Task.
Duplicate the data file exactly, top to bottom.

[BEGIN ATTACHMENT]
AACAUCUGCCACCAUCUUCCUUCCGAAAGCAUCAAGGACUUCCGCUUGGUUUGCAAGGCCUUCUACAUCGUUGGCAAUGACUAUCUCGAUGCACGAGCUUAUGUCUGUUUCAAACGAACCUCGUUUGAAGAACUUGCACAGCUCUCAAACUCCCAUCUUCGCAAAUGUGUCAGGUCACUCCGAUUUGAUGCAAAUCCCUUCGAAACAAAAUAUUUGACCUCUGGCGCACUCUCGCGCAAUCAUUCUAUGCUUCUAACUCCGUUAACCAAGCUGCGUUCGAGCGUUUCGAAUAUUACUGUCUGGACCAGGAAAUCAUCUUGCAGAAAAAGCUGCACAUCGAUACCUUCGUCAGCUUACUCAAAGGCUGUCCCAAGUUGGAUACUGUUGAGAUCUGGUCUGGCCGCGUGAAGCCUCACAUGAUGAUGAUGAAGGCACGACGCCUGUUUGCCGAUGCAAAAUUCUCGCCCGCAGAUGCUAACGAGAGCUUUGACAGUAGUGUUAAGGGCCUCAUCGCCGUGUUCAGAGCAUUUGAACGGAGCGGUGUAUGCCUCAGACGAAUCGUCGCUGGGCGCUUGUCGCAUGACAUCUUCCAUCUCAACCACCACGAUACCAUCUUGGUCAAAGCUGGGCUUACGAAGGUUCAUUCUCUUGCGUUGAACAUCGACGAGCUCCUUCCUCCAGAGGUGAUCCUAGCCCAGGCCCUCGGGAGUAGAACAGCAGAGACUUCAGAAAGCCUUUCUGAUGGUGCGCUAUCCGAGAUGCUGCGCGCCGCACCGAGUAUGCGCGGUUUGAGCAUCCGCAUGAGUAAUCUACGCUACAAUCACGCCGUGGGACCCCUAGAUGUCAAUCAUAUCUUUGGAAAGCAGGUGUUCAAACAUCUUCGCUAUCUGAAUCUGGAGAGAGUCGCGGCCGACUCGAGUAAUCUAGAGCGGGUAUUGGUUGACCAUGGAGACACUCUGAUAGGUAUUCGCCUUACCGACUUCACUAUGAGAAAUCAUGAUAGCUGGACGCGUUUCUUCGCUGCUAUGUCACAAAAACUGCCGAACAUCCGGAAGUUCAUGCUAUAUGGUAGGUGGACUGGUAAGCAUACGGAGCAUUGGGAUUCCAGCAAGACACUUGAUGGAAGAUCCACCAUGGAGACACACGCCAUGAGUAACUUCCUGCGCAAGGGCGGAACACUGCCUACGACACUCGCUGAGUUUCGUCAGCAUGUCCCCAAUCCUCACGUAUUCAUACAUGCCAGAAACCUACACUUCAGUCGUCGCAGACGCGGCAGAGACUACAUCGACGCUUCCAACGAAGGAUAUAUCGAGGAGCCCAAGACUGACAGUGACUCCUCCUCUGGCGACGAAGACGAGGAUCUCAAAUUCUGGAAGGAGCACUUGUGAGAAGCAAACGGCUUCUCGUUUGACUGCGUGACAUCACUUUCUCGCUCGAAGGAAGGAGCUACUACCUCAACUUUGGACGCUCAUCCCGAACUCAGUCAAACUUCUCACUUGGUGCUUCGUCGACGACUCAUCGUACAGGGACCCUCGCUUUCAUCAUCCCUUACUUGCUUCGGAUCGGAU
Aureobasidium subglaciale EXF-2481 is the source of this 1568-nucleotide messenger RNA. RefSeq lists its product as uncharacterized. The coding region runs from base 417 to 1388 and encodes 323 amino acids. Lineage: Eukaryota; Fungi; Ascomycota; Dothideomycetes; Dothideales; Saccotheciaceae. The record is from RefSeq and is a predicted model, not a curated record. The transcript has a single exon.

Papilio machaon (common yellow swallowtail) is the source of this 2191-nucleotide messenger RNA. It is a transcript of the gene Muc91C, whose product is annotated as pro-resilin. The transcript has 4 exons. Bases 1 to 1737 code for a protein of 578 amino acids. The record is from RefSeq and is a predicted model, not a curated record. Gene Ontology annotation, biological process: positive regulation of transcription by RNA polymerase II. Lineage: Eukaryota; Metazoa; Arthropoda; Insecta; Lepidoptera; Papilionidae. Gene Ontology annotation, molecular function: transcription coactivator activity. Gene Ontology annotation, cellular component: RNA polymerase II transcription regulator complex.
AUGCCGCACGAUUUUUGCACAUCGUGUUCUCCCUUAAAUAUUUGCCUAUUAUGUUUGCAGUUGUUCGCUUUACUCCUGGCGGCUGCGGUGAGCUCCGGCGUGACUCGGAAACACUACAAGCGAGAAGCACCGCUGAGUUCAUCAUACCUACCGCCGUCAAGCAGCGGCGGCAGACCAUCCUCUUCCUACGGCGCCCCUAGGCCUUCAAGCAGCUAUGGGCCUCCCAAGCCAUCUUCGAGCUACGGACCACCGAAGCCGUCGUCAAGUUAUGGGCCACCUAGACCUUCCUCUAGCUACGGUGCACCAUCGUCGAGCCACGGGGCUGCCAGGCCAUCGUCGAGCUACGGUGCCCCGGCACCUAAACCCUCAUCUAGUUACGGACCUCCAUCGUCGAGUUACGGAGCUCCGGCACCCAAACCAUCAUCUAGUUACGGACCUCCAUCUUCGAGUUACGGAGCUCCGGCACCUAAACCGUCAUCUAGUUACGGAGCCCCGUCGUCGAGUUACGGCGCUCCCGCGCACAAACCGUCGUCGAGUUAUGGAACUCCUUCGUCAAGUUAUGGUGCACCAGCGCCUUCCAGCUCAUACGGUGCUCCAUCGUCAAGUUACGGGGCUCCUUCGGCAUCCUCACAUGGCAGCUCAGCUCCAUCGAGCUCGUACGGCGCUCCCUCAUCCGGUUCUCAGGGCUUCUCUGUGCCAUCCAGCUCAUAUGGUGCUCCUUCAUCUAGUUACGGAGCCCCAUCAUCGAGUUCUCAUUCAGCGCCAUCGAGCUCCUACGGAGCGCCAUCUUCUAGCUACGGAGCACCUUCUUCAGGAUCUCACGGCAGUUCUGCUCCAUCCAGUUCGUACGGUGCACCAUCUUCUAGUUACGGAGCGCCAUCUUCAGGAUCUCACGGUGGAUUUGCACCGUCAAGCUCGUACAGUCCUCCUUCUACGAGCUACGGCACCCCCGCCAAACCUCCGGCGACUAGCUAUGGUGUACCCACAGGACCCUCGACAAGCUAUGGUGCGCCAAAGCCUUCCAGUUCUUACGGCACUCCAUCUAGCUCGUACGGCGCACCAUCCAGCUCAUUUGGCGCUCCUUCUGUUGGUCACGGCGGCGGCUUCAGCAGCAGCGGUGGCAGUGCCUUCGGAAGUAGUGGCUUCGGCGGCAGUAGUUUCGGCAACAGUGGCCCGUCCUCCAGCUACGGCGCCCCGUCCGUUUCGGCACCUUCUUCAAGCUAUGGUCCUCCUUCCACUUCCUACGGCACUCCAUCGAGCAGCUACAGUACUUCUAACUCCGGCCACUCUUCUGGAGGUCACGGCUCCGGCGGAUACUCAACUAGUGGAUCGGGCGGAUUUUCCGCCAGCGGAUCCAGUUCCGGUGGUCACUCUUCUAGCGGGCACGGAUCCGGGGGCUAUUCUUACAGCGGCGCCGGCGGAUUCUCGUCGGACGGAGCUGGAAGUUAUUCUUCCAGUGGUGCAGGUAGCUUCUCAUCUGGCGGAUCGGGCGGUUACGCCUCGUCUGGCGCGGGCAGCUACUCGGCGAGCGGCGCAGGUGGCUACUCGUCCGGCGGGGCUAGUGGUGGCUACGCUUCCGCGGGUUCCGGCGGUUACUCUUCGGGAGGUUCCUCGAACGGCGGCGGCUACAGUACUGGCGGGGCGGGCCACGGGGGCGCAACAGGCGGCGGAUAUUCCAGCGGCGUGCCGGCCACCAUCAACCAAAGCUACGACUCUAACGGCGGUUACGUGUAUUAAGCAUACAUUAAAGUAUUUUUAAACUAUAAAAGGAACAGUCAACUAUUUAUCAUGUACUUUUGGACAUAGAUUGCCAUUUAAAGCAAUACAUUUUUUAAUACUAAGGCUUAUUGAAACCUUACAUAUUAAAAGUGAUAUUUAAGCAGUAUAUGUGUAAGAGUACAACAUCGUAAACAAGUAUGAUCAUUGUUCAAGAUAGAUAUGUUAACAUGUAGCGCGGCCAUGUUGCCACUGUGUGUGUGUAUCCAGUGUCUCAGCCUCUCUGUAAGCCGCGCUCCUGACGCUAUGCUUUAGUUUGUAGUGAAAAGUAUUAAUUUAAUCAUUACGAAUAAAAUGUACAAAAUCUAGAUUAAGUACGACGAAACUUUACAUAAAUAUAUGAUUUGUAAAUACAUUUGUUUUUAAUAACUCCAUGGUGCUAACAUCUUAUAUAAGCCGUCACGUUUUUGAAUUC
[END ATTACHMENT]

AACAUCUGCCACCAUCUUCCUUCCGAAAGCAUCAAGGACUUCCGCUUGGUUUGCAAGGCCUUCUACAUCGUUGGCAAUGACUAUCUCGAUGCACGAGCUUAUGUCUGUUUCAAACGAACCUCGUUUGAAGAACUUGCACAGCUCUCAAACUCCCAUCUUCGCAAAUGUGUCAGGUCACUCCGAUUUGAUGCAAAUCCCUUCGAAACAAAAUAUUUGACCUCUGGCGCACUCUCGCGCAAUCAUUCUAUGCUUCUAACUCCGUUAACCAAGCUGCGUUCGAGCGUUUCGAAUAUUACUGUCUGGACCAGGAAAUCAUCUUGCAGAAAAAGCUGCACAUCGAUACCUUCGUCAGCUUACUCAAAGGCUGUCCCAAGUUGGAUACUGUUGAGAUCUGGUCUGGCCGCGUGAAGCCUCACAUGAUGAUGAUGAAGGCACGACGCCUGUUUGCCGAUGCAAAAUUCUCGCCCGCAGAUGCUAACGAGAGCUUUGACAGUAGUGUUAAGGGCCUCAUCGCCGUGUUCAGAGCAUUUGAACGGAGCGGUGUAUGCCUCAGACGAAUCGUCGCUGGGCGCUUGUCGCAUGACAUCUUCCAUCUCAACCACCACGAUACCAUCUUGGUCAAAGCUGGGCUUACGAAGGUUCAUUCUCUUGCGUUGAACAUCGACGAGCUCCUUCCUCCAGAGGUGAUCCUAGCCCAGGCCCUCGGGAGUAGAACAGCAGAGACUUCAGAAAGCCUUUCUGAUGGUGCGCUAUCCGAGAUGCUGCGCGCCGCACCGAGUAUGCGCGGUUUGAGCAUCCGCAUGAGUAAUCUACGCUACAAUCACGCCGUGGGACCCCUAGAUGUCAAUCAUAUCUUUGGAAAGCAGGUGUUCAAACAUCUUCGCUAUCUGAAUCUGGAGAGAGUCGCGGCCGACUCGAGUAAUCUAGAGCGGGUAUUGGUUGACCAUGGAGACACUCUGAUAGGUAUUCGCCUUACCGACUUCACUAUGAGAAAUCAUGAUAGCUGGACGCGUUUCUUCGCUGCUAUGUCACAAAAACUGCCGAACAUCCGGAAGUUCAUGCUAUAUGGUAGGUGGACUGGUAAGCAUACGGAGCAUUGGGAUUCCAGCAAGACACUUGAUGGAAGAUCCACCAUGGAGACACACGCCAUGAGUAACUUCCUGCGCAAGGGCGGAACACUGCCUACGACACUCGCUGAGUUUCGUCAGCAUGUCCCCAAUCCUCACGUAUUCAUACAUGCCAGAAACCUACACUUCAGUCGUCGCAGACGCGGCAGAGACUACAUCGACGCUUCCAACGAAGGAUAUAUCGAGGAGCCCAAGACUGACAGUGACUCCUCCUCUGGCGACGAAGACGAGGAUCUCAAAUUCUGGAAGGAGCACUUGUGAGAAGCAAACGGCUUCUCGUUUGACUGCGUGACAUCACUUUCUCGCUCGAAGGAAGGAGCUACUACCUCAACUUUGGACGCUCAUCCCGAACUCAGUCAAACUUCUCACUUGGUGCUUCGUCGACGACUCAUCGUACAGGGACCCUCGCUUUCAUCAUCCCUUACUUGCUUCGGAUCGGAU
Aureobasidium subglaciale EXF-2481 is the source of this 1568-nucleotide messenger RNA. RefSeq lists its product as uncharacterized. The coding region runs from base 417 to 1388 and encodes 323 amino acids. Lineage: Eukaryota; Fungi; Ascomycota; Dothideomycetes; Dothideales; Saccotheciaceae. The record is from RefSeq and is a predicted model, not a curated record. The transcript has a single exon.

Papilio machaon (common yellow swallowtail) is the source of this 2191-nucleotide messenger RNA. It is a transcript of the gene Muc91C, whose product is annotated as pro-resilin. The transcript has 4 exons. Bases 1 to 1737 code for a protein of 578 amino acids. The record is from RefSeq and is a predicted model, not a curated record. Gene Ontology annotation, biological process: positive regulation of transcription by RNA polymerase II. Lineage: Eukaryota; Metazoa; Arthropoda; Insecta; Lepidoptera; Papilionidae. Gene Ontology annotation, molecular function: transcription coactivator activity. Gene Ontology annotation, cellular component: RNA polymerase II transcription regulator complex.
AUGCCGCACGAUUUUUGCACAUCGUGUUCUCCCUUAAAUAUUUGCCUAUUAUGUUUGCAGUUGUUCGCUUUACUCCUGGCGGCUGCGGUGAGCUCCGGCGUGACUCGGAAACACUACAAGCGAGAAGCACCGCUGAGUUCAUCAUACCUACCGCCGUCAAGCAGCGGCGGCAGACCAUCCUCUUCCUACGGCGCCCCUAGGCCUUCAAGCAGCUAUGGGCCUCCCAAGCCAUCUUCGAGCUACGGACCACCGAAGCCGUCGUCAAGUUAUGGGCCACCUAGACCUUCCUCUAGCUACGGUGCACCAUCGUCGAGCCACGGGGCUGCCAGGCCAUCGUCGAGCUACGGUGCCCCGGCACCUAAACCCUCAUCUAGUUACGGACCUCCAUCGUCGAGUUACGGAGCUCCGGCACCCAAACCAUCAUCUAGUUACGGACCUCCAUCUUCGAGUUACGGAGCUCCGGCACCUAAACCGUCAUCUAGUUACGGAGCCCCGUCGUCGAGUUACGGCGCUCCCGCGCACAAACCGUCGUCGAGUUAUGGAACUCCUUCGUCAAGUUAUGGUGCACCAGCGCCUUCCAGCUCAUACGGUGCUCCAUCGUCAAGUUACGGGGCUCCUUCGGCAUCCUCACAUGGCAGCUCAGCUCCAUCGAGCUCGUACGGCGCUCCCUCAUCCGGUUCUCAGGGCUUCUCUGUGCCAUCCAGCUCAUAUGGUGCUCCUUCAUCUAGUUACGGAGCCCCAUCAUCGAGUUCUCAUUCAGCGCCAUCGAGCUCCUACGGAGCGCCAUCUUCUAGCUACGGAGCACCUUCUUCAGGAUCUCACGGCAGUUCUGCUCCAUCCAGUUCGUACGGUGCACCAUCUUCUAGUUACGGAGCGCCAUCUUCAGGAUCUCACGGUGGAUUUGCACCGUCAAGCUCGUACAGUCCUCCUUCUACGAGCUACGGCACCCCCGCCAAACCUCCGGCGACUAGCUAUGGUGUACCCACAGGACCCUCGACAAGCUAUGGUGCGCCAAAGCCUUCCAGUUCUUACGGCACUCCAUCUAGCUCGUACGGCGCACCAUCCAGCUCAUUUGGCGCUCCUUCUGUUGGUCACGGCGGCGGCUUCAGCAGCAGCGGUGGCAGUGCCUUCGGAAGUAGUGGCUUCGGCGGCAGUAGUUUCGGCAACAGUGGCCCGUCCUCCAGCUACGGCGCCCCGUCCGUUUCGGCACCUUCUUCAAGCUAUGGUCCUCCUUCCACUUCCUACGGCACUCCAUCGAGCAGCUACAGUACUUCUAACUCCGGCCACUCUUCUGGAGGUCACGGCUCCGGCGGAUACUCAACUAGUGGAUCGGGCGGAUUUUCCGCCAGCGGAUCCAGUUCCGGUGGUCACUCUUCUAGCGGGCACGGAUCCGGGGGCUAUUCUUACAGCGGCGCCGGCGGAUUCUCGUCGGACGGAGCUGGAAGUUAUUCUUCCAGUGGUGCAGGUAGCUUCUCAUCUGGCGGAUCGGGCGGUUACGCCUCGUCUGGCGCGGGCAGCUACUCGGCGAGCGGCGCAGGUGGCUACUCGUCCGGCGGGGCUAGUGGUGGCUACGCUUCCGCGGGUUCCGGCGGUUACUCUUCGGGAGGUUCCUCGAACGGCGGCGGCUACAGUACUGGCGGGGCGGGCCACGGGGGCGCAACAGGCGGCGGAUAUUCCAGCGGCGUGCCGGCCACCAUCAACCAAAGCUACGACUCUAACGGCGGUUACGUGUAUUAAGCAUACAUUAAAGUAUUUUUAAACUAUAAAAGGAACAGUCAACUAUUUAUCAUGUACUUUUGGACAUAGAUUGCCAUUUAAAGCAAUACAUUUUUUAAUACUAAGGCUUAUUGAAACCUUACAUAUUAAAAGUGAUAUUUAAGCAGUAUAUGUGUAAGAGUACAACAUCGUAAACAAGUAUGAUCAUUGUUCAAGAUAGAUAUGUUAACAUGUAGCGCGGCCAUGUUGCCACUGUGUGUGUGUAUCCAGUGUCUCAGCCUCUCUGUAAGCCGCGCUCCUGACGCUAUGCUUUAGUUUGUAGUGAAAAGUAUUAAUUUAAUCAUUACGAAUAAAAUGUACAAAAUCUAGAUUAAGUACGACGAAACUUUACAUAAAUAUAUGAUUUGUAAAUACAUUUGUUUUUAAUAACUCCAUGGUGCUAACAUCUUAUAUAAGCCGUCACGUUUUUGAAUUC